Ignoranus-dumbutt, AF didn't orchestrate a PUMP & DUMP, he exposed the insider PUMPU & DUMP. Whistleblowers should be honored and they are protected by statute.
Ahn and the insiders were caught red handed orchestrating a Pump & Dump.
It should be an easy call.
There was no interest from Big Pharma.
Blockbuster drugs aren't acquired for $5M, just cash burning failures.
"Applying a statistical test of significance (hypothesis testing) to the same data the pattern was learned from is wrong. One way to construct hypotheses while avoiding data dredging is to conduct randomized out-of-sample tests. The researcher collects a data set, then randomly partitions it into two subsets, A and B. Only one subset—say, subset A—is examined for creating hypotheses. Once a hypothesis is formulated, it must be tested on subset B, which was not used to construct the hypothesis. Only where B also supports such a hypothesis is it reasonable to believe the hypothesis might be valid."
"Here is a simple example. Throwing a coin five times, with a result of 2 heads and 3 tails, might lead one to hypothesize that the coin favors tails by 3/5 to 2/5. If this hypothesis is then tested on the existing data set, it is confirmed, but the confirmation is meaningless. The proper procedure would have been to form in advance a hypothesis of what the tails probability is, and then throw the coin various times to see if the hypothesis is rejected or not. If three tails and two heads are observed, another hypothesis, that the tails probability is 3/5, could be formed, but it could only be tested by a new set of coin tosses. It is important to realize that the statistical significance under the incorrect procedure is completely spurious – significance tests do not protect against data dredging."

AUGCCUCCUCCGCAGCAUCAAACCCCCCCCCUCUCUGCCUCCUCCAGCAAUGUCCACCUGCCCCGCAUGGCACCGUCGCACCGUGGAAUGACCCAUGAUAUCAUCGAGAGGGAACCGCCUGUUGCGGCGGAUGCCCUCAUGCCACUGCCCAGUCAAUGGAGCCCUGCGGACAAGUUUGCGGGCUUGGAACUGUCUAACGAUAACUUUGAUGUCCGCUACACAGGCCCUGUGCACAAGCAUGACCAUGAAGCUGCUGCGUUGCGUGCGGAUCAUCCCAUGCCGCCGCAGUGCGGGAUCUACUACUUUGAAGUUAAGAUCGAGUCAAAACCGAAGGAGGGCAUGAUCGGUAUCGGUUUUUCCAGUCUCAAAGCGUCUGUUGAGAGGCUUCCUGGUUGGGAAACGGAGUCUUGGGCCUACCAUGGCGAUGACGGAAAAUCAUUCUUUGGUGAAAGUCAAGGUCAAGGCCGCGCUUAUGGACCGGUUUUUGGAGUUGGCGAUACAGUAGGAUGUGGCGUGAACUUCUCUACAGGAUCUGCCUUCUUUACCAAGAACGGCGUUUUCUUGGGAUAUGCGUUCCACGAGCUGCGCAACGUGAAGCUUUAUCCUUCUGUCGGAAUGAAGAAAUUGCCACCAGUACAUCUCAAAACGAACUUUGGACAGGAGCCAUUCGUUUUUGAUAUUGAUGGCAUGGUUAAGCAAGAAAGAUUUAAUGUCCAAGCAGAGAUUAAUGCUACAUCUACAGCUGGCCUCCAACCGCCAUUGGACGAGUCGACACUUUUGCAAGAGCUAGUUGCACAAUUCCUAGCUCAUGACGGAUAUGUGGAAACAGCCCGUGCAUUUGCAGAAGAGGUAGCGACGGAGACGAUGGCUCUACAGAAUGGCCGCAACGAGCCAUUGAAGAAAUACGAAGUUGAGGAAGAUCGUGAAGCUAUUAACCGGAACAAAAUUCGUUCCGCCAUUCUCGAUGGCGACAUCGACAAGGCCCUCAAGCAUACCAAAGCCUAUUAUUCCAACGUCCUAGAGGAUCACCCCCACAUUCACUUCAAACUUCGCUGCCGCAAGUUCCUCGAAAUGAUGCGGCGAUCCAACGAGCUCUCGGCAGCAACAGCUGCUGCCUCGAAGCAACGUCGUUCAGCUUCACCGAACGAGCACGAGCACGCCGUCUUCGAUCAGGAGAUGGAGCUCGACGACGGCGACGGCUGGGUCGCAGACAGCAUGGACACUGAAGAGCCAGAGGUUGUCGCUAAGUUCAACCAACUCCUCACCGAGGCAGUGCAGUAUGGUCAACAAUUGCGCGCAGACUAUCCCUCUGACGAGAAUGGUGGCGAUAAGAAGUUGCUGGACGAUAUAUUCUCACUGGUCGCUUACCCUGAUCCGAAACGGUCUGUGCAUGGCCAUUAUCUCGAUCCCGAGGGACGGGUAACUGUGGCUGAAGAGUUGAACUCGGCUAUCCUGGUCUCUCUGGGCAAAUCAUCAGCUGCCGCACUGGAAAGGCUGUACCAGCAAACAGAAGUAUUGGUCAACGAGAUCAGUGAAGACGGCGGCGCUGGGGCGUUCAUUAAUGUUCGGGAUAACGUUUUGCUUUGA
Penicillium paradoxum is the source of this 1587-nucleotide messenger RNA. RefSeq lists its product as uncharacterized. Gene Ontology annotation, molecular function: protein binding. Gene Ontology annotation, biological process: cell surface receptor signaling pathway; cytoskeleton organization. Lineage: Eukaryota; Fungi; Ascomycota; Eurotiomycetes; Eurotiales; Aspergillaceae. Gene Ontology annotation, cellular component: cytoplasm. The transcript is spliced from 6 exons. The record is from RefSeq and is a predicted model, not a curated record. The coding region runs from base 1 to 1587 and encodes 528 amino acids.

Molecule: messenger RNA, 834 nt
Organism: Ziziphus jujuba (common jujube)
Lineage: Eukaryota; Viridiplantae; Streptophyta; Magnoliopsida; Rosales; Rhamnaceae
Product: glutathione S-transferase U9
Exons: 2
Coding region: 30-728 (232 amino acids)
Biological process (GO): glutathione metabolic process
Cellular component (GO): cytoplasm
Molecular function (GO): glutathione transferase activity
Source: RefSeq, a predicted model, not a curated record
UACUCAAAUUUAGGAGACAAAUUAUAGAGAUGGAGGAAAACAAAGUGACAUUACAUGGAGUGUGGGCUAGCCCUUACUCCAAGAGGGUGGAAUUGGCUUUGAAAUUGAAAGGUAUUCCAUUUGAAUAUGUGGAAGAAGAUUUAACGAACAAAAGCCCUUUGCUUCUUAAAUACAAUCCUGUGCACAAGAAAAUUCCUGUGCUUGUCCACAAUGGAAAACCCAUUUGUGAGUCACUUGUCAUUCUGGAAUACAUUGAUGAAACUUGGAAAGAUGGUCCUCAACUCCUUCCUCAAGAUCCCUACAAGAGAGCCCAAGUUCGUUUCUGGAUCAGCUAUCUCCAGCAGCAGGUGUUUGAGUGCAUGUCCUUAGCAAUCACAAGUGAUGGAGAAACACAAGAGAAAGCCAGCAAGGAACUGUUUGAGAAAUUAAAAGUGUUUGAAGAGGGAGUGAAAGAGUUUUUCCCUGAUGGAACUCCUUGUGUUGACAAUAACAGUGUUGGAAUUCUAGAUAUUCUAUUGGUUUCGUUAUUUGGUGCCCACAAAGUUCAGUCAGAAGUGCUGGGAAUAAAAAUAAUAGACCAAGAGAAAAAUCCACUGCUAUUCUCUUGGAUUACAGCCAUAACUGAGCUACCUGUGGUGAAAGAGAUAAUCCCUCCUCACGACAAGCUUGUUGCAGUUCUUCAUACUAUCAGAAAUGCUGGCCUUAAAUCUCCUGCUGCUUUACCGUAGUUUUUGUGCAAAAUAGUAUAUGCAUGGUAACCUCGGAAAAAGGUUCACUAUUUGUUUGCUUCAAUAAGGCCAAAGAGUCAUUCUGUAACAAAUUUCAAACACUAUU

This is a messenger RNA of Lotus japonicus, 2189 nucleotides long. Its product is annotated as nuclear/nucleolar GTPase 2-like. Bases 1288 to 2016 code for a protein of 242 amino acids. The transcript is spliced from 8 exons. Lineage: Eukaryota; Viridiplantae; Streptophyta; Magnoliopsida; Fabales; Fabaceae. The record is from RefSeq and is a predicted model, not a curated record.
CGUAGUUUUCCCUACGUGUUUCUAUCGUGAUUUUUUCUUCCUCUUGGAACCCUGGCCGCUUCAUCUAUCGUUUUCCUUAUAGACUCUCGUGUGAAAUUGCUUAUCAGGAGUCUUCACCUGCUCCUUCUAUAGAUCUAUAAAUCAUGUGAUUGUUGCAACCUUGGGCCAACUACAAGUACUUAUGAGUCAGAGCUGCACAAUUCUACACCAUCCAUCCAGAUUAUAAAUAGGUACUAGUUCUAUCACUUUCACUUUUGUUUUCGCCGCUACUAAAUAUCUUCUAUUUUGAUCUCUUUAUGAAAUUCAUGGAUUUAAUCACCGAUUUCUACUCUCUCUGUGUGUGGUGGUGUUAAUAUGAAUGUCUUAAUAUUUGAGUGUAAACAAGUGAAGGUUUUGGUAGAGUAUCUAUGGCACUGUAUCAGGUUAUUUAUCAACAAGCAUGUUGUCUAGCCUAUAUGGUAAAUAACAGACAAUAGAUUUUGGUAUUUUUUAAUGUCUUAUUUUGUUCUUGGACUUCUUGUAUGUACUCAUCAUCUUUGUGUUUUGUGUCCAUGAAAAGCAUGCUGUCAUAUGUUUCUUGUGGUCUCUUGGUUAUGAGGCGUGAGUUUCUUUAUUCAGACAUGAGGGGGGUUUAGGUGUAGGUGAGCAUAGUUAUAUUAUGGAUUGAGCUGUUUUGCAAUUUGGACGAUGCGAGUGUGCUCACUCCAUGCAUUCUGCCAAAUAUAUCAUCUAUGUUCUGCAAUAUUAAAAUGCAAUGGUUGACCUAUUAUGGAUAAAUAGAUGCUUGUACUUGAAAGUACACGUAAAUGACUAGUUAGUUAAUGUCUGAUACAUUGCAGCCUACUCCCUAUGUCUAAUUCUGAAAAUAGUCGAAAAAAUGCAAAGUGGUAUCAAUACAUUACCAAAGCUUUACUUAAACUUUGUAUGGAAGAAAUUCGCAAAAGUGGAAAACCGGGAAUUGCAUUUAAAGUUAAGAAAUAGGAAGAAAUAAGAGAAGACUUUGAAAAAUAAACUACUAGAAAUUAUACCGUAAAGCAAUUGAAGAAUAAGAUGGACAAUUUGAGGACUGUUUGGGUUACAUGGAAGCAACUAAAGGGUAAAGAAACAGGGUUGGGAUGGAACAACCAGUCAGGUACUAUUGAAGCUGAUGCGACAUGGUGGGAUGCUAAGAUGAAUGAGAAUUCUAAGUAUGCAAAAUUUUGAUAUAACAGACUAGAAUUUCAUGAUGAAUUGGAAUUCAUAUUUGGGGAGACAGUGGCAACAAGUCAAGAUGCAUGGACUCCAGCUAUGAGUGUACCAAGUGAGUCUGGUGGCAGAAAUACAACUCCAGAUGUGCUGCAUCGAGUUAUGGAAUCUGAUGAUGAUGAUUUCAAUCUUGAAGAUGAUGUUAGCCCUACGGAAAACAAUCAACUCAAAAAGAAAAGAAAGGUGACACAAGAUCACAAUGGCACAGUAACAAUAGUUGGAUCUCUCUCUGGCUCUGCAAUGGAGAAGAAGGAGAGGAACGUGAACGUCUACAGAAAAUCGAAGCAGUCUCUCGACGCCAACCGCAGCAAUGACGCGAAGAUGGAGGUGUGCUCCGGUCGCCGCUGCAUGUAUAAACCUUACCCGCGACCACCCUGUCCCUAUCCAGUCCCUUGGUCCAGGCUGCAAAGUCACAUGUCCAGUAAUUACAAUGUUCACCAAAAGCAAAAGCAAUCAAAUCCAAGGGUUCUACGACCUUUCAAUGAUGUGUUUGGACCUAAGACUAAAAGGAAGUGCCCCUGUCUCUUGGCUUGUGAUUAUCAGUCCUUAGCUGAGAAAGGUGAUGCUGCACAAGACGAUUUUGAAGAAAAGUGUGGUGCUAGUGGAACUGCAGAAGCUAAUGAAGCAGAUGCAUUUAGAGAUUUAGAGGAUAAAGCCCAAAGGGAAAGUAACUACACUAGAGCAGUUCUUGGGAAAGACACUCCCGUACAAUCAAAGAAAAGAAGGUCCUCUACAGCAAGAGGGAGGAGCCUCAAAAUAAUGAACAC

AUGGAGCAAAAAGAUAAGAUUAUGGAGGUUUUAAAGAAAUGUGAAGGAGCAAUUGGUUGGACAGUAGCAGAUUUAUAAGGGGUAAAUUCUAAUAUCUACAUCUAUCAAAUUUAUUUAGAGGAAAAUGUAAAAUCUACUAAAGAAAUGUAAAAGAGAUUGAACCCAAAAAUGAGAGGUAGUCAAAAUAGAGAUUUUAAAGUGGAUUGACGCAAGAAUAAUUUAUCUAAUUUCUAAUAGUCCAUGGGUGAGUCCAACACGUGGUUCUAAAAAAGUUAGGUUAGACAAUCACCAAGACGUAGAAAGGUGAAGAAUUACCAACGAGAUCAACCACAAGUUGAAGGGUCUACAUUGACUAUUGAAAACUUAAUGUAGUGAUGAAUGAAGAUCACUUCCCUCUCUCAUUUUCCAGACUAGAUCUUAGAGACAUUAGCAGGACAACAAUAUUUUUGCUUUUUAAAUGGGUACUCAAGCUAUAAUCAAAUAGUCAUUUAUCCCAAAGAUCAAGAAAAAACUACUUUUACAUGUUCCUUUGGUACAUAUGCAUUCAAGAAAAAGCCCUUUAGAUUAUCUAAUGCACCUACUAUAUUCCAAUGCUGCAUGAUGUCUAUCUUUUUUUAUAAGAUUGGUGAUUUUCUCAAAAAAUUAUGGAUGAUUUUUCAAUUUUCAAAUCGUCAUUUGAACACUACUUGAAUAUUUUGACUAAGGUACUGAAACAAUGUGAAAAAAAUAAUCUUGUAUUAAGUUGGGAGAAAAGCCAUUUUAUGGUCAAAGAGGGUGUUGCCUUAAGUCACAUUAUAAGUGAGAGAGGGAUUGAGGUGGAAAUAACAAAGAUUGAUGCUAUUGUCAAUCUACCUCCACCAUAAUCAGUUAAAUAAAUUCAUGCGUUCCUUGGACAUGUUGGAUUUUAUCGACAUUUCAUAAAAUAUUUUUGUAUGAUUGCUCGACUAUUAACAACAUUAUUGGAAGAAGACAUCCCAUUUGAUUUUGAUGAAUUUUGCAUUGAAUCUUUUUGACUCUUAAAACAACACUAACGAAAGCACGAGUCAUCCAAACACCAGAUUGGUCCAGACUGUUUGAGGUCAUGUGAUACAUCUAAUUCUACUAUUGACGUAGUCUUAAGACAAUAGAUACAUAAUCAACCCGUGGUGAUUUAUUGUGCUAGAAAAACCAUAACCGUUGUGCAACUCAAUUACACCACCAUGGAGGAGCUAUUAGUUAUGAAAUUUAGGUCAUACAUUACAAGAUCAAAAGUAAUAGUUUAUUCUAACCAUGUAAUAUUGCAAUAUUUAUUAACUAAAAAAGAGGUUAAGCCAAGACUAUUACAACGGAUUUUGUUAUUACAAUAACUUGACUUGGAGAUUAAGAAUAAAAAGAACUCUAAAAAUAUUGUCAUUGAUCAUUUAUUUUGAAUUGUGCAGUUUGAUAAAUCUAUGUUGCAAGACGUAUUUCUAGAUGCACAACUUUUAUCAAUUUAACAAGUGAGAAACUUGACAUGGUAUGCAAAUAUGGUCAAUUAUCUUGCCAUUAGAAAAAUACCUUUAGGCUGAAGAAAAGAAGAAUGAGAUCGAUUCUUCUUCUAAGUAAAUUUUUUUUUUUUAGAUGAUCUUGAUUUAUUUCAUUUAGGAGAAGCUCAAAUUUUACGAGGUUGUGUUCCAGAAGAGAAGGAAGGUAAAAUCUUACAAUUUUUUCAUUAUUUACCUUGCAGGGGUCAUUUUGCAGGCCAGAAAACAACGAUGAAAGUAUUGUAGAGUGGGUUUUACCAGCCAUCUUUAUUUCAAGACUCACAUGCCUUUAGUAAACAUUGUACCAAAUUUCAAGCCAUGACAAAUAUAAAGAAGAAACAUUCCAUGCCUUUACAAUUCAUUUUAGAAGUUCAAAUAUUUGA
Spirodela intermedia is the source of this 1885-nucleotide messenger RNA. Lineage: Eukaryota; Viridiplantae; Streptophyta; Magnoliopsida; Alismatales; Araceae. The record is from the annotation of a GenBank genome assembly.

"The FDA employs an average-patient standard when reviewing drugs: it
approves a drug only if is safe and effective for the average patient in a clinical trial. It is
common, however, for patients to respond differently to a drug. Therefore, the average-patient
standard can reject a drug that benefits certain patient subgroups (false negative) and even
approval a drug that harms other patient subgroups (false positives). These errors increase the
cost of drug development – and thus health care – by wasting research on unproductive or
unapproved drugs. The reason why the FDA sticks with an average patient standard is concern
about opportunism by drug companies. With enough data dredging, a drug company can always
find some subgroup of patients that appears to benefit from its drug, even if it truly does not."
"the size of patient populations in earlier trials are much smaller, which can cause safety signals to be missed and efficacy signals harder to replicate in larger samples."
"Achieving success in the development of a cancer drug continues to be challenging. Given the increasing costs (1) and the small number of drugs that gain regulatory approval (2), it is crucial to understand these failures. In this issue of the Journal, Gan et al. (3) reviewed 235 recently published phase III randomized clinical trials (RCTs). They report that 62% of the trials did not achieve results with statistical significance. Trying to explain the high failure rate, they note the actual magnitude of benefit achieved in a clinical trial (designated B) is nearly always less than what was predicted at the time the trial was designed (designated δ) and conclude, “investigators consistently make overly-optimistic assumptions regarding treatment benefits when designing RCTs.”